The damage done to Britain

As regards his more general attitude to the war, you must not rely too much on those feelings of hatred which the humans are so fond of discussing in Christian, or anti-Christian, periodicals. In his anguish, the patient can, of course, be encouraged to revenge himself by some vindictive feelings directed towards the German leaders, and that is good so far as it goes. But it is usually a sort of melodramatic or mythical hatred directed against imaginary scapegoats. He has never met these people in real life?they are lay figures modelled on what he gets from newspapers. The results of such fanciful hatred are often most disappointing, and of all humans the English are in this respect the most deplorable milksops. They are creatures of that miserable sort who loudly proclaim that torture is too good for their enemies and then give tea and cigarettes to the first wounded German pilot who turns up at the back door.

        — C. S. Lewis, The Screwtape Letters

Britain is crawling with suspected terrorists and those who give them succour. The Government must act without delay, round up this enemy in our midst and lock them in internment camps.

Our safety must not play second fiddle to their supposed ?rights.?

        — Barbarism of twisted cause, unsigned editorial, The Sun

Considering how much the resilience of Londoners during the Blitz has come up over the last week in commentary about the bombings in London, I thought a little war-time C. S. Lewis might be an appropriate contrast to the rantings of London’s fish-wrap press.

Now that there is no longer any doubt that the authors of the bombings in London were British citizens – three born and raised in Yorkshire and one Jamaican born convert – we will see how Britain faces an element of the war on terrorism that has no real parallel to WWII and that Americans, Australians and Spanish people have so far managed to avoid: the prospect that the enemy may not be someone far away. How the British people handle this will say far more about their national character than their resolve to “preserve our way of life, our values of democracy and respect for life”.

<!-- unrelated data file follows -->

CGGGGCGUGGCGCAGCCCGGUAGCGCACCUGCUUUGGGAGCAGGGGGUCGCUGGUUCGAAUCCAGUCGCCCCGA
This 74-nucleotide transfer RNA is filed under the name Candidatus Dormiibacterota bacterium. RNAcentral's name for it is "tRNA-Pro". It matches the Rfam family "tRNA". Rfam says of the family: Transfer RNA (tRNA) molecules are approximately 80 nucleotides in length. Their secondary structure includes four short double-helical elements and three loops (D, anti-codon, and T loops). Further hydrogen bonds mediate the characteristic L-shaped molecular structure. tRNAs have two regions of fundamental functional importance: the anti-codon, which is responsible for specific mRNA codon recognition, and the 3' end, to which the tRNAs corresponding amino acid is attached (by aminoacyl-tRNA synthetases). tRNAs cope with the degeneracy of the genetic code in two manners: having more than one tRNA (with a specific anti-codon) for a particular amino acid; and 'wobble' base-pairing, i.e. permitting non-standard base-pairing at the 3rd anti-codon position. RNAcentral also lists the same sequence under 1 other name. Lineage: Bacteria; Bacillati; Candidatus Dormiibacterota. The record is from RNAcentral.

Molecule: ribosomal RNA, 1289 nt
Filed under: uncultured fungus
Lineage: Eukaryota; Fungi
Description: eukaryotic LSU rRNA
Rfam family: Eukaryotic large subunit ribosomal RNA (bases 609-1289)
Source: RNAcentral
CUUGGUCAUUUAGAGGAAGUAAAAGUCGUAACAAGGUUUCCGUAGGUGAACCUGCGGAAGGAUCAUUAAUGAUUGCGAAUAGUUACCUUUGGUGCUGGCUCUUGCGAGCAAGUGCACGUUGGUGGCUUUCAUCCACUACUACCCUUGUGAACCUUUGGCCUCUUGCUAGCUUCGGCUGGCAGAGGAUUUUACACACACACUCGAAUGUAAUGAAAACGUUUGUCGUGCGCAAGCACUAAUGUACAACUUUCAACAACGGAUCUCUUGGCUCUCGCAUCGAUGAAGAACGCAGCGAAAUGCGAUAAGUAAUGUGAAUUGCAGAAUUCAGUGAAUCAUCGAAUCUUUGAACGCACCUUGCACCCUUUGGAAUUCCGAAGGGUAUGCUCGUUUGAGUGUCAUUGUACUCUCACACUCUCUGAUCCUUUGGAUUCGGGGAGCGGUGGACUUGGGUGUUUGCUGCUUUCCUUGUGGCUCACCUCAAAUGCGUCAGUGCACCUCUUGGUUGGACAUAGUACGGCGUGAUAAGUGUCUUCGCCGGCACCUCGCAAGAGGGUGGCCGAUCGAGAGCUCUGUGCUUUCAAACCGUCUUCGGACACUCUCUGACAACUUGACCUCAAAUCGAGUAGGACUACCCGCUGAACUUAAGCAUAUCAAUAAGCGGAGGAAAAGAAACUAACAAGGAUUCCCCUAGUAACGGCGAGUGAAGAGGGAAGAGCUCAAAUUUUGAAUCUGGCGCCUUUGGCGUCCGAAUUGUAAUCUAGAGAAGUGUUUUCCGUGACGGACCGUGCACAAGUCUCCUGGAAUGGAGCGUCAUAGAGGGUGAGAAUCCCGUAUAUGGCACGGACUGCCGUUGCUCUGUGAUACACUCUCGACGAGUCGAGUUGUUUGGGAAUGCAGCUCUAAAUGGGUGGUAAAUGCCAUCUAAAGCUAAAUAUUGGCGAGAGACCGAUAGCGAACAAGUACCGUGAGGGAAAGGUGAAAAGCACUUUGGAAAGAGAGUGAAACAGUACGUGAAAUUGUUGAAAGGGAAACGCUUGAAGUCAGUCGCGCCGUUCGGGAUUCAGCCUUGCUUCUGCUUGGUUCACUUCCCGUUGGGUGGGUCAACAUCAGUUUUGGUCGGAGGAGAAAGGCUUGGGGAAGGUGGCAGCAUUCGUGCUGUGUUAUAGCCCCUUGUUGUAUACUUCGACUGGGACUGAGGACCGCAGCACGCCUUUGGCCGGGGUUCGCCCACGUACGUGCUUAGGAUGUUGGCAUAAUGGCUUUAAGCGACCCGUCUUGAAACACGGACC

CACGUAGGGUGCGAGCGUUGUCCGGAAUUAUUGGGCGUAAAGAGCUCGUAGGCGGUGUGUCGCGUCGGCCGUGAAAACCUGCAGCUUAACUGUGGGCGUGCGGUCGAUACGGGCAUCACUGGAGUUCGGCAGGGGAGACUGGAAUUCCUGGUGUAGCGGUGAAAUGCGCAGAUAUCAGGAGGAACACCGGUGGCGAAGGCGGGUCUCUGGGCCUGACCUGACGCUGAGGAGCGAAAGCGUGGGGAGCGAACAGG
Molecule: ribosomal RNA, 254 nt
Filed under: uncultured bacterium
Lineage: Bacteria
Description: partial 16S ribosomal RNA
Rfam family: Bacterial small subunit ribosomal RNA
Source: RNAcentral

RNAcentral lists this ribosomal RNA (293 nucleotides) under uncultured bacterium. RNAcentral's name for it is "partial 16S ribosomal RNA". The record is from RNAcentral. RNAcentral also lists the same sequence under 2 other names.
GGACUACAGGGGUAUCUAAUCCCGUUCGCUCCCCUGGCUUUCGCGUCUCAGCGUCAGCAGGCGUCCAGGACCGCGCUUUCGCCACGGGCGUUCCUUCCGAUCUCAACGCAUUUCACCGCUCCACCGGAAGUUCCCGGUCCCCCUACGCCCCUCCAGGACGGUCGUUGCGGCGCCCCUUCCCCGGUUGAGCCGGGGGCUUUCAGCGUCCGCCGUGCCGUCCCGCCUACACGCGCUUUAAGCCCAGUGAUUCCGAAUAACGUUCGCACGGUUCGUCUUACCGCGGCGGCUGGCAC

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fact and value, truth and knowledge

I would like to comment on an excerpt of a comment by Mike

“We might distinguish questions of fact (e.g. “which way will John vote at the next election?”) from questions of value (e.g. “is Blair’s outlook better than Brown’s?) by noting that the answers to factual questions may be true or false, but that the answers to value questions must always depend on and presuppose a point of view or value. Answers to factual questions do not presuppose a point of view or value – they presuppose the categories of true and false and must be framed in those terms (either we are correct in predicting that John will vote for X or, if he votes for Y we will have been shown to be incorrect).”

I think it will be important to define the word “knwledge” right now. I use “knowldge” to mean “justified true belief”. If we happen to guess right, we do not know. I will place great stress on the word “justified” in that definition.

OK back to the quote “answers to value questions must always depend on and presuppose a point of view or value” is implied by”answers to value questions must always depend on and presuppose a value”. In this post I will assume for the sake of argument that the stronger claim is true so answers to value questions must always depend on and presuppose a value. How does this make them different from claims of fact ?
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